Fraud is not a new topic for the mortgage industry. But our familiarity with it has, perhaps, dulled our vigilance when it comes to a massive new threat. Wire fraud—perhaps more accurately called identity fraud—has exploded recently, both in frequency and complexity. It is no understatement to say that we, as an industry, are woefully unprepared for it. Worst of all, many of us don’t even acknowledge wire fraud as a top concern. If this describes you or your business, please consider the following a wake-up call to a trend that may already be an epidemic.

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Cities have a new target for ending homelessness: Landlords

Rental vouchers are only helpful if landlords are willing to take them. All too often, they’re not. But what if the government made it less risky?

Families wait years to get on the government’s waiting list for a rental voucher, sometimes while living in a homeless shelter. When they finally get that housing aid, they often struggle to find landlords willing to rent to them.

Most landlords screen out people who have a criminal background, poor credit or a history of evictions, making it difficult for voucher holders to find somewhere to live, even when they can afford rent. In fact, it’s common for people to lose their vouchers — which have expiration dates — after months of unsuccessful searching for a home.

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San Francisco tenants win $3.5M in wrongful eviction case

SAN FRANCISCO –  A landlord has been ordered to pay $3.5 million to a San Francisco couple after a jury ruled they were wrongfully evicted from their home of 21 years.

Dale Duncan and Marta Mendoza sued sisters Anne Kihagi, Christina Mwangi, and their company Zoriall LLC, after they and their 6-year-old daughter were evicted in 2015.

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Housing Market Squeezing First-Time Buyers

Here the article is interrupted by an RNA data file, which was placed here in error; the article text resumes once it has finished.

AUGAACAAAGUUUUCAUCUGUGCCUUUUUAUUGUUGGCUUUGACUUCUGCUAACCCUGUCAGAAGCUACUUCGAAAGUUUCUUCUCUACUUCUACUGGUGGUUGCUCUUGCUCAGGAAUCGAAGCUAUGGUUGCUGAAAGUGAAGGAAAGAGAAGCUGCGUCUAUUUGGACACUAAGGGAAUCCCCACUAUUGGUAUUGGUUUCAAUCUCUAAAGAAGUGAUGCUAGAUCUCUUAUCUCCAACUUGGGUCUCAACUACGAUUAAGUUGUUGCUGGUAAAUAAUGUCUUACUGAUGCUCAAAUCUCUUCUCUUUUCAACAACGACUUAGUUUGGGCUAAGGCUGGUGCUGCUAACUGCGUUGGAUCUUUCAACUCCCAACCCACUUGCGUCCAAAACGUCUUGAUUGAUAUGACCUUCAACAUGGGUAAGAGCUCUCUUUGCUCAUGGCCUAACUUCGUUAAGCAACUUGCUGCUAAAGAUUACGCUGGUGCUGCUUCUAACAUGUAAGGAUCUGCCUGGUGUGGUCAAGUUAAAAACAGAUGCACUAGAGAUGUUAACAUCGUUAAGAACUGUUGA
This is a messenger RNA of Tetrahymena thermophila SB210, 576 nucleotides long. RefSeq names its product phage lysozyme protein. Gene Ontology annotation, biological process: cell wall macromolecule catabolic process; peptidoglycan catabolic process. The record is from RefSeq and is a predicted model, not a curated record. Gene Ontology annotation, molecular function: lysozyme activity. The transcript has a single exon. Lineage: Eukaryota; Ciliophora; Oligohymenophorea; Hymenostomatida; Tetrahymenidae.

Tight housing markets across the country squeezed out more first-time buyers over the past year. A new survey by the National Association of Realtors shows that the share of first-time buyers in the market is at its fourth-lowest point since 1981.

According to the report, first-timers made up 34 percent of the buying market this year, compared to 35 percent a year ago. Even last year was notably below the generally considered normal figure of 39 percent.

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Landlord evicts disabled Orange Park man, throws away medicine

An Orange Park man says he came home to find the locks on his front door changed and all of his property gone.

Joseph Atkins, 29, was able to get back into his apartment, but says he shouldn't have been locked out in the first place.

Atkins rummaged through trash bags of his possessions inside of his apartment at Park Village Apartments in Orange Park Thursday afternoon.

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Springfield landlord fined $43,500 after losing housing discrimination lawsuit

U.S. District Court in SpringfieldSPRINGFIELD -- A Springfield landlord who refused to rent apartments to pregnant women or families with minor children must pay more than $40,000 in fines under a federal jury verdict.

Following a five-day trial in U.S. District Court in Springfield, a jury found that John DeRaffele, of New Rochelle, New York, had violated the U.S. Fair Housing Act by refusing to rent an apartment to a Springfield family with a pregnant wife and a child under 6 years old, according to a press release from the U.S. Justice Department.

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More housing markets are overvalued, and consumers feel the pain

168199409JM009_New_Housing_The steady rise in home prices is so far showing no boundaries, and that is turning up the heat on some already overheated housing markets.

Home prices rose 7 percent nationally in September, compared with September 2016, a higher annual increase than was seen in August, according to CoreLogic, a real estate data firm.